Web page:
His positions today on key issues such as the environment, immigration and President Obama are at odds with his statements in the past.

In a recent televised debate on KABC-TV Channel 7 in Los Angeles, for instance, he lambasted his opponents for not doing enough to reduce greenhouse gases in the city — a signature issue for environmentalists who link an increase in carbon emissions with global climate change.

He accused fellow candidates Controller Wendy Greuel and council members Eric Garcetti and Jan Perry of failing to develop a "comprehensive environmental sustainability plan" during their years at City Hall. "We haven't made the progress that we should have made with current leadership,'' he said.

As recently as five years ago, however, James appeared to reject the entire idea of global warming. As a conservative talk show host, he wrote a column in Townhall.com calling Democrats "global warming wimps" who are exploiting the issue for political gain. The phrase "carbon footprint," he wrote, "is code for limitless government intrusion into every detail of your life. Nothing is beyond the reach of a government determined to reduce your carbon footprint in the name of the environment. To these people, nothing is sacred, nothing is private, nothing is truly yours."

His statements at that time could be incendiary. In a Townhall.com column in 2009, he wrote that Obama should choose Daffy Duck, the Warner Bros.' cartoon character, as his Supreme Court pick to replace the retiring David Souter. The reasons he cited: The duck is black, disabled (with a speech impediment) and a "professional victim."

In an on-air quarrel with MSNBC's "Hardball" host Chris Matthews, James suggested that then-candidate Barack Obama was a foreign-policy appeaser comparable to Neville Chamberlain, the former British prime minister who made a deal with Adolf Hitler in an attempt to avoid war.

"You're BS-ing me," Matthews chided James, noting later that there is a difference between talks and appeasement, which involves making concessions to potential aggressors. "This is pathetic. He doesn't even know what Chamberlain did at Munich.... We're talking to people with blank slates about history."

Also in his radio days, James urged tea party supporters to reject any new taxes, voiced support for a juvenile death penalty and supported a 700-mile fence on the nation's southern border.

Even in recent years, he consistently opposed Democratic proposals for a "path to citizenship" — an issue of intense interest to Los Angeles' heavily Latino electorate.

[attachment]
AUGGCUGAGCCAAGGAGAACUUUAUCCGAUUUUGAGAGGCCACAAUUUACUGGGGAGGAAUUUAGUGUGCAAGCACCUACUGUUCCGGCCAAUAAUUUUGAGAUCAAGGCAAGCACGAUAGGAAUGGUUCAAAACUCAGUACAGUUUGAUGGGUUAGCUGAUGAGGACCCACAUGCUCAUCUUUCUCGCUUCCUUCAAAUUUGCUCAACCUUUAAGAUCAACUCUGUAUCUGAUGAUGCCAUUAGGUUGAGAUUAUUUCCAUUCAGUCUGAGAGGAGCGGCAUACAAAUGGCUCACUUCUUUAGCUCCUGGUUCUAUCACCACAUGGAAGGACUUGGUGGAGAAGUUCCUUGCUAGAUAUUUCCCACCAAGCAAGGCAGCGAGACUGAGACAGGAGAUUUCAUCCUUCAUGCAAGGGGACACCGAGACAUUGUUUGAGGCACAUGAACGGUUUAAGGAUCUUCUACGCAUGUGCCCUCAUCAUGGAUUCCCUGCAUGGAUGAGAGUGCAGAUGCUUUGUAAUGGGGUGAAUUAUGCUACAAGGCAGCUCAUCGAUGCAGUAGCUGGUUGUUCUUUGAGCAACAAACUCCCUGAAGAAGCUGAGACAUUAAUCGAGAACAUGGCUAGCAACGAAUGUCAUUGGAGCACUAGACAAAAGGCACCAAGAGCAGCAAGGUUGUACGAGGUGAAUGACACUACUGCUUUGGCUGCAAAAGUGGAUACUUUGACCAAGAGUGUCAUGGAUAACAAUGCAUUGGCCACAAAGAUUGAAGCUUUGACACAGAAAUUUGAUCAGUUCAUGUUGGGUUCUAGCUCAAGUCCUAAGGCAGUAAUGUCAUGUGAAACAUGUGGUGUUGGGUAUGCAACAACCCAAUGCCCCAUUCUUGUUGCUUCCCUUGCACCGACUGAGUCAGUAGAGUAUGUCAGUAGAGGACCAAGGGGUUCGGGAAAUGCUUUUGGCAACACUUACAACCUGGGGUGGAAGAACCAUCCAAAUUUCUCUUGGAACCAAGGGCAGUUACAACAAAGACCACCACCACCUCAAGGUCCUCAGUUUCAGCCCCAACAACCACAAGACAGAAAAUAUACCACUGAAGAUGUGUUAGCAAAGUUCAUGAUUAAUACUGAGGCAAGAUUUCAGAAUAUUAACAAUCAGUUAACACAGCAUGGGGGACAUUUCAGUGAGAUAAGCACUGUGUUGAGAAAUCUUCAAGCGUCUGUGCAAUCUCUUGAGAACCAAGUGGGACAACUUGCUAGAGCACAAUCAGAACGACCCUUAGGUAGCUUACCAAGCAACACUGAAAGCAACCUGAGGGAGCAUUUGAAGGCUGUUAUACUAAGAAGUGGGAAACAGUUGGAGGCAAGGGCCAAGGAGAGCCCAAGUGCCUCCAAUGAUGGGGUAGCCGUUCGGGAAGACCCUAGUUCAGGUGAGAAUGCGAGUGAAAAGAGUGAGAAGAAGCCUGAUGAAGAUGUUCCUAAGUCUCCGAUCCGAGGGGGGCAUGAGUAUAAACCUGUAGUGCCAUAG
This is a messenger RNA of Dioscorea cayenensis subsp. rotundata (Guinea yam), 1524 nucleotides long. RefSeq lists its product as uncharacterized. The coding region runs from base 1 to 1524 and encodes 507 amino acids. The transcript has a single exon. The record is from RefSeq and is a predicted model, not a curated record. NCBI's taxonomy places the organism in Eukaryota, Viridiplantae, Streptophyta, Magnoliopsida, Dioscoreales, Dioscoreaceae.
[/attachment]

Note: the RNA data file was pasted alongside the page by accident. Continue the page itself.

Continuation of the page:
James says he now supports naturalization for immigrants who have been here at least a decade. He also backs California's version of the Dream Act, which guarantees access to college for students who have lived here most of their lives. His change of heart came about after participating in immigrant workshops and learning how difficult it can be to gain citizenship, he said.

"People come from all over the world and want to contribute to our society, and I want to help them,'' he said. "However, it has to be fair and equitable."

After studying accounting at the University of Oklahoma, James earned a law degree in Houston and took a job in the U.S. attorney's office in Los Angeles from 1990 to 1993, when he left to join entertainment lawyer Bert Fields. In 1992, he received a Director's Award for superior performance from the U.S. Department of Justice.

After the Aniston case, he started filling in at KABC-AM as a legal analyst and later took over a morning drive-time slot at KTOK-AM (1000) in Oklahoma — the state's biggest talk-show station.

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Tough challenges lie ahead for college trustees

The Los Angeles Community College District Board of Trustees faces a host of immediate and pressing issues this spring, chief among them: the selection of a new chancellor, budget uncertainty and increasing pressure to move struggling students more quickly through the two-year schools.

Nine candidates are vying for three seats on the board in the March 5 election. One incumbent, Nancy Pearlman, is seeking to retain Seat 6, while Tina Park in Seat 2 and Kelly Candaele in Seat 4 did not seek reelection.

The nine-campus Los Angeles district is the nation's largest, with an overall annual budget of $3.5 billion and 240,000 students. The prospect of at least two and potentially three new trustees comes at a pivotal moment, with Chancellor Daniel LaVista last week announcing his resignation, effective June 30, the day before a new term begins.